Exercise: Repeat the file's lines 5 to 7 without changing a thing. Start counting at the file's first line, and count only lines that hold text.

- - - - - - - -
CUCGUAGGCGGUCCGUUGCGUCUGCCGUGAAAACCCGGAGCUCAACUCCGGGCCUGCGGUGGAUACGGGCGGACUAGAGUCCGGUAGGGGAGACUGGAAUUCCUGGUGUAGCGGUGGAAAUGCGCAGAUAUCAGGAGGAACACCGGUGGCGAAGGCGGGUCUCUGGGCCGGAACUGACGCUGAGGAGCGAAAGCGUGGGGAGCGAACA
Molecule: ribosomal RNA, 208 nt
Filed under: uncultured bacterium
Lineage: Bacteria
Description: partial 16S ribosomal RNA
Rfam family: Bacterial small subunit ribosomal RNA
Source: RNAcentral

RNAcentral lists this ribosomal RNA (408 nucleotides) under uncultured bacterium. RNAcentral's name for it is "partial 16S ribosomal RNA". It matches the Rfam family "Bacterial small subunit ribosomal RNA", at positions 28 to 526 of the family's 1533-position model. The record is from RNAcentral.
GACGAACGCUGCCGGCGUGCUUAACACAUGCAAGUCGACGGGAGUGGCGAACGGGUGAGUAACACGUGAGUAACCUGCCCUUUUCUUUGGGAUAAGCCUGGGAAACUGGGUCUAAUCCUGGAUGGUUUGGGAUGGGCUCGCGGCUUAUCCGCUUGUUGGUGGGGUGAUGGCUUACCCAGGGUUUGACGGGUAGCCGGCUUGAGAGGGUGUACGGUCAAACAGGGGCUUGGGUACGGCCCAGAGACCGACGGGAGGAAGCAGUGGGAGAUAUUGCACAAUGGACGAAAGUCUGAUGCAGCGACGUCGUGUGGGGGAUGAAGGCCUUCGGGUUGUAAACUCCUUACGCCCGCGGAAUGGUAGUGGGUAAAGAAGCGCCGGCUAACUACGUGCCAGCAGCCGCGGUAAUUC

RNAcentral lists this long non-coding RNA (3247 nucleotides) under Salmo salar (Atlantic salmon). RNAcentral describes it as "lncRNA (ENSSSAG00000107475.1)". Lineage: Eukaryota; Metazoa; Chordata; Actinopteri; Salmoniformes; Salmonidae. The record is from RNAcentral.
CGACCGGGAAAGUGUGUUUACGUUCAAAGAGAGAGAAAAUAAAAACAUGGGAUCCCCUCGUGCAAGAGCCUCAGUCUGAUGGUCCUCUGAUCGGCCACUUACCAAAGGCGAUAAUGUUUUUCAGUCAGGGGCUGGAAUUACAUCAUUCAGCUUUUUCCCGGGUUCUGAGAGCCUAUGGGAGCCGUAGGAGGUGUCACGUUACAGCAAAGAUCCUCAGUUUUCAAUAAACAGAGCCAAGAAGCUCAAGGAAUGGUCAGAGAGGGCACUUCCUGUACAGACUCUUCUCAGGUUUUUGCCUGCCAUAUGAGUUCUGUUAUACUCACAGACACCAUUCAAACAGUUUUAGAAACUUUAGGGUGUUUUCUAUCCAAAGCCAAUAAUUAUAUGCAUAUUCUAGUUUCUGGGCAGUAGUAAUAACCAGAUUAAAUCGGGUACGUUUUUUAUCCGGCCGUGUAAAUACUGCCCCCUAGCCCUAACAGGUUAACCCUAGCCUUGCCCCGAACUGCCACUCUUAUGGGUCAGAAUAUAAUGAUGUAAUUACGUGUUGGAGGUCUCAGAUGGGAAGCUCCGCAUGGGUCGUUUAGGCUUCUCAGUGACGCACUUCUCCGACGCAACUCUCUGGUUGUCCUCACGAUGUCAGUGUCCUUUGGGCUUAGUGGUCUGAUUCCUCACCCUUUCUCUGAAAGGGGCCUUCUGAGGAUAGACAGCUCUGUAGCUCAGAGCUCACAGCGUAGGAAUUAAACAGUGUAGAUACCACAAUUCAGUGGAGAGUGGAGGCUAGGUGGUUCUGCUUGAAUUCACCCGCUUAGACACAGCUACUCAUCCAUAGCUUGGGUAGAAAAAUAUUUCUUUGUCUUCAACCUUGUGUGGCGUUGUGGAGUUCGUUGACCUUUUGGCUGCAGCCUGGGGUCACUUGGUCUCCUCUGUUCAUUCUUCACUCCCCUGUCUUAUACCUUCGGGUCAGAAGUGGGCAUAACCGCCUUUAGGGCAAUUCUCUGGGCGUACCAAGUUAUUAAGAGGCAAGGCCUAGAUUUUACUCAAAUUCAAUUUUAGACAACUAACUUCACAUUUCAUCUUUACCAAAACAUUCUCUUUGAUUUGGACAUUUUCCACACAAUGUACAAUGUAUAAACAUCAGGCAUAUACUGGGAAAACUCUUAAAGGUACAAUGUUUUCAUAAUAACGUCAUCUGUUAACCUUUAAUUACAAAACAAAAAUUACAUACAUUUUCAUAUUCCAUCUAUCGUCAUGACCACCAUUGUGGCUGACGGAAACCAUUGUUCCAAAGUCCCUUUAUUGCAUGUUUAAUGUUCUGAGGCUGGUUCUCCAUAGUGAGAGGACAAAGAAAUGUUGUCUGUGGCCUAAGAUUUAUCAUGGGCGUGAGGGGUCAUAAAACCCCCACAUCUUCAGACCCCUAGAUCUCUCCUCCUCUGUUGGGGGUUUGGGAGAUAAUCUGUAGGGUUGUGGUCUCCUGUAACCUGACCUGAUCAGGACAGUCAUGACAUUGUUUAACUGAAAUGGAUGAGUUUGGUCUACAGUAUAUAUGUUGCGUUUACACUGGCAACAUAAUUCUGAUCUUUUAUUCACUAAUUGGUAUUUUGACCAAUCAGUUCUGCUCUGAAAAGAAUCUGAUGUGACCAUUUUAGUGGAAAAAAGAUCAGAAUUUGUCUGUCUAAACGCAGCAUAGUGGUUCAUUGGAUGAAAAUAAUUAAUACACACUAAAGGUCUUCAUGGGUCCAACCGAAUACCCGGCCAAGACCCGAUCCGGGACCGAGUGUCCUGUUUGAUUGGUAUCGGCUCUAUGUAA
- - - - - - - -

Description: partial 16S ribosomal RNA
Rfam family: Bacterial small subunit ribosomal RNA
Source: RNAcentral